Defendants move to dismiss Plaintiff's complaint pursuant to FED. R. CIV. P. 12(b)(6) for failing to meet the pleading requirements of FED. R. CIV. P. 9(b). On a motion to dismiss, the court must "accept as true all of the allegations contained in a complaint" and draw all reasonable inferences in favor of the plaintiff. Ashcroft v. Iqbal, 129 S. Ct. 1937, 1949 (2009). While detailed factual allegations are not required, a plaintiff's factual allegations "must be enough to raise a right to relief above the speculative level." Bell Atl. Corp. v. Twombly, 550 U.S. 544, 555 (2007). In other words, a plaintiff's complaint must allow the court "to draw the reasonable inference that the defendant is liable for the misconduct alleged." Iqbal, 129 S. Ct. at 1949 (citing Twombly, 550 U.S. at 556). Rule 9(b) imposes stricter requirements for fraud allegations: "A party must state with particularity the circumstances constituting fraud or mistake. Malice, intent, knowledge, and other conditions of a person's mind may be alleged generally." FED. R. CIV. P. 9(b). At bottom, Rule 9(b) requires a plaintiff to state "the who, what, when, where, and how: the first paragraph of any newspaper story." DiLeo v. Ernst & Young, 901 F.2d 624, 627 (7th Cir. 1990).

I. False Marking Allegations

The false patent marking statute provides that "[w]hoever marks upon, or affixes to, or uses in advertising in connection with any unpatented article, the word 'patent' or any word or number importing that the same is patented for the purpose of deceiving the public. . . . [s]hall be fined not more than $500 for every such offense." 35 U.S.C. § 292(a). Defendants argue that Heathcote has failed to meet the pleading standards of FED. R. CIV. P. 9(b) in that Heathcote has not alleged any facts from which one could infer an intent to deceive the public. Heathcote responds by noting that 9(b) does not apply to § 292 cases, but urging that even if it does, Heathcote has complied with the rule. The court concludes that Rule 9(b) does in fact apply to § 292 claims, but that Plaintiff's complaint satisfies the requirements of that rule.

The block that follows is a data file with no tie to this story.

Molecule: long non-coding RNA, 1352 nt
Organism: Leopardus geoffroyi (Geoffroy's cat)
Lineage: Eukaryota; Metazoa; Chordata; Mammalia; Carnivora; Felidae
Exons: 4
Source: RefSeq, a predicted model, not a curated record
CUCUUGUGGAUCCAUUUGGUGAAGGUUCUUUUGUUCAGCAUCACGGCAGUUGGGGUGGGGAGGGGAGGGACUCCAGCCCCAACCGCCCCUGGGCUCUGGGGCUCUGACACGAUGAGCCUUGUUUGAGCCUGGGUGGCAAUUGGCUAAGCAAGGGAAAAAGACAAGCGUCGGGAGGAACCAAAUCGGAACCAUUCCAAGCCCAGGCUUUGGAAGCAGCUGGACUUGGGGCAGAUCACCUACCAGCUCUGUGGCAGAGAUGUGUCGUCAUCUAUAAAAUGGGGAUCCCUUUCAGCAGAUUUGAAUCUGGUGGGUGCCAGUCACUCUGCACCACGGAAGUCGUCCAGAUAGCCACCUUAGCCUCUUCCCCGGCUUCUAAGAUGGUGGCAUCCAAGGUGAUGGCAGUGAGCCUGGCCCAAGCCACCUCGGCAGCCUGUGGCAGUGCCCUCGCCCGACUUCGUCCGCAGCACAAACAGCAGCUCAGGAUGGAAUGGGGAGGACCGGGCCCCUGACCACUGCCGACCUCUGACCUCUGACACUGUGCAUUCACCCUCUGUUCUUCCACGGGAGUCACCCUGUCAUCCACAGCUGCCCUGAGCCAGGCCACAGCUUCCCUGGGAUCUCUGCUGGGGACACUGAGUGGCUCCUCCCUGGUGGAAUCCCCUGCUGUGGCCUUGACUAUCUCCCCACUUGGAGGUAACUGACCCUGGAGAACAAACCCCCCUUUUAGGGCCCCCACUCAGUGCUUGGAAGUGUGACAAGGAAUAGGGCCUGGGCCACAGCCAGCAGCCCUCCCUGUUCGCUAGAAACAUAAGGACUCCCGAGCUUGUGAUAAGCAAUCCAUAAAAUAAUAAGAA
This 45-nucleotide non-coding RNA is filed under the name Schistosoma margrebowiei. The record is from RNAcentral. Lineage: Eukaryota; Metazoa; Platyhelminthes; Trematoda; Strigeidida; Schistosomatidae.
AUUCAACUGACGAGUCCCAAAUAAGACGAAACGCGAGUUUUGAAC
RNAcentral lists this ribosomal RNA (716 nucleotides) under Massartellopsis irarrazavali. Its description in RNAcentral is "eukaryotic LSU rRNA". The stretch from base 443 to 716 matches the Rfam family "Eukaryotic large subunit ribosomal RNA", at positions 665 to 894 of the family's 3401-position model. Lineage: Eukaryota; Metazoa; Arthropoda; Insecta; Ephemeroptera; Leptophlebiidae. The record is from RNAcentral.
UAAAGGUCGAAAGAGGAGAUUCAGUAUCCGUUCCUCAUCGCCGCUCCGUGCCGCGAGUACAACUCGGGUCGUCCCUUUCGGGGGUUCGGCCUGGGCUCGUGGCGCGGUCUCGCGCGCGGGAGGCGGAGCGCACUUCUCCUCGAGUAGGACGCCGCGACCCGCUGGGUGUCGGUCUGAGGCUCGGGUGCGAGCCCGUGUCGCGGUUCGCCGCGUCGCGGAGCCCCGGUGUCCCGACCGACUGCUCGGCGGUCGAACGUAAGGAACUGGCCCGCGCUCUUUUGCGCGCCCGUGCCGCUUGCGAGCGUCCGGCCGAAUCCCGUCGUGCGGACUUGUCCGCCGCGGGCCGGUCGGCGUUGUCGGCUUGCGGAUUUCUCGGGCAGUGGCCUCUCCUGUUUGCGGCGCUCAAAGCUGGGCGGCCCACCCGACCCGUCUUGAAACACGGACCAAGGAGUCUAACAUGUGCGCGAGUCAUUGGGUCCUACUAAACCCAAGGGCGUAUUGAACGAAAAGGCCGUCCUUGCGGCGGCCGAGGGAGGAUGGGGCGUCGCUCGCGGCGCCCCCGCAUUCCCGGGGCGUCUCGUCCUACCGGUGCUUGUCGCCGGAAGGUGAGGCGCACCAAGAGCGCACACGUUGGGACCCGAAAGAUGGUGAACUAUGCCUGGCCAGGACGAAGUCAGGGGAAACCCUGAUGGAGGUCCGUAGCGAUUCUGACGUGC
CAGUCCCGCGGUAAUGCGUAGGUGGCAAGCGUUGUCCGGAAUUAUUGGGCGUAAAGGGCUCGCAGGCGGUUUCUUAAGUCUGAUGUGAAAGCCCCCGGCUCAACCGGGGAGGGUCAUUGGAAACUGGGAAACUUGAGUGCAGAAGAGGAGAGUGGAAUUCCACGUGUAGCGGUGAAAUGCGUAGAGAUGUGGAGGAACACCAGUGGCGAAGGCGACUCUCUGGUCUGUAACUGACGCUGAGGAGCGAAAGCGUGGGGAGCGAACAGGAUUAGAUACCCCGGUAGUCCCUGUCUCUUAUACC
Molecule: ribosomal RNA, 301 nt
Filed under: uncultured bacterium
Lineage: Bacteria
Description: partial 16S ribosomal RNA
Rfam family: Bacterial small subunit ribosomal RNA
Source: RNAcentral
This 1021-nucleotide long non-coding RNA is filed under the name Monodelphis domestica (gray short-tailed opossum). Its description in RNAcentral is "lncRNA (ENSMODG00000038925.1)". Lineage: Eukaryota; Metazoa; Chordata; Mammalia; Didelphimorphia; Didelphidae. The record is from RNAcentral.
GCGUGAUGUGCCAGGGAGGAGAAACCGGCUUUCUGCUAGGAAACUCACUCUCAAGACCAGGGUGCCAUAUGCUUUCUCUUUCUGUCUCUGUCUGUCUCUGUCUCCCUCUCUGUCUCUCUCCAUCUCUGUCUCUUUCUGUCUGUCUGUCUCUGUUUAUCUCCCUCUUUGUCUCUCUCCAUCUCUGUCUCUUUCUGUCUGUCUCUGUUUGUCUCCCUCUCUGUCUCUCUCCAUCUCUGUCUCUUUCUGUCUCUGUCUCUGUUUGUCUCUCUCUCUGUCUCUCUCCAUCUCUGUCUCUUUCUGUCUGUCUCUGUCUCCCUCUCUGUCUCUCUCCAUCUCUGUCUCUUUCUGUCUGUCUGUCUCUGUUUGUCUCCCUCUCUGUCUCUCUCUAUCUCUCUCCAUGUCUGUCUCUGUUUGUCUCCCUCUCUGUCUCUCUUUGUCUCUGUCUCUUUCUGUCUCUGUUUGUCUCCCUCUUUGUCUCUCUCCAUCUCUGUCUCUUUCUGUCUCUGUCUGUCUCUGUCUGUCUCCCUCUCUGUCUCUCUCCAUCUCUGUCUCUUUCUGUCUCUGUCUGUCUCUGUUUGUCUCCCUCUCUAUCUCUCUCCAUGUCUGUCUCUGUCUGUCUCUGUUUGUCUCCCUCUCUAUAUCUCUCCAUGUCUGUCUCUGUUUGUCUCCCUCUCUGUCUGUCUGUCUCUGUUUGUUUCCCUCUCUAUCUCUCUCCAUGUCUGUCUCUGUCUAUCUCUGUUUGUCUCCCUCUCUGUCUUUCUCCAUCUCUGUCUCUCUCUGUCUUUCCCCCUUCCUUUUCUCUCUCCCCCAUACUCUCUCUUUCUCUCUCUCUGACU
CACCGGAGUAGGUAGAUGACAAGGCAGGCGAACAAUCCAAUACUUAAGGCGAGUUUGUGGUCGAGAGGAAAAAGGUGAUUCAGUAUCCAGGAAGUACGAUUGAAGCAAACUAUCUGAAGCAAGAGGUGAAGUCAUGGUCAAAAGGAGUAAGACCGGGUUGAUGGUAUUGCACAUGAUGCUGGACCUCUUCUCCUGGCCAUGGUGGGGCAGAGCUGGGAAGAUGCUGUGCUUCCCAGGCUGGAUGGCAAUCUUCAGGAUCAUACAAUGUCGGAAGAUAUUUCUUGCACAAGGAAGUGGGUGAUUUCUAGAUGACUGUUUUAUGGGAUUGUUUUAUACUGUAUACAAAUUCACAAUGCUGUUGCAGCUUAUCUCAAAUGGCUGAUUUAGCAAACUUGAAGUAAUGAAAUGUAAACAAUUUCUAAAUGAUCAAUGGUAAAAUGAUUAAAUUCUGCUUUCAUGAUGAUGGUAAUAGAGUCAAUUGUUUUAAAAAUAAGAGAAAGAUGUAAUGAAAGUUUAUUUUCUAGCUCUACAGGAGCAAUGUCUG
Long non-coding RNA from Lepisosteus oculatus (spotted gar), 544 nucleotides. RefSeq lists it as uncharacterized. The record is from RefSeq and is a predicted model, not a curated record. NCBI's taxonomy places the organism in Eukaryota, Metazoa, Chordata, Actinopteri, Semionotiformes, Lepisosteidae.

Defendants correctly note that while the issue of Rule 9(b)'s applicability to § 292 claims has divided many courts, the Federal Circuit and the majority of courts in this district have ruled that an allegation of false marking is a "fraud-based" claim, thus triggering the heightened pleading requirements of FED. R. CIV. P. 9(b). See, e.g., Stauffer, 619 F.3d at 1328; Simonian v. Maybelline LLC, No. 10 C 1615, 2011 WL 814988, *3 (N.D. Ill. Mar. 1, 2011); Simonian v. Allergan, Inc., ___F. Supp. 2d___, No. 10 C 02414, 2010 WL 5175017, at *3 (N.D. Ill. Nov. 30, 2010); Simonian v. Blistex, Inc., No. 10 CV 01201, 2010 WL 4539450, at *5-6 (N.D. Ill. Nov. 3, 2010). Following the lead of Stauffer and other courts in this district, this court will apply Rule 9(b) to the instant § 292 action.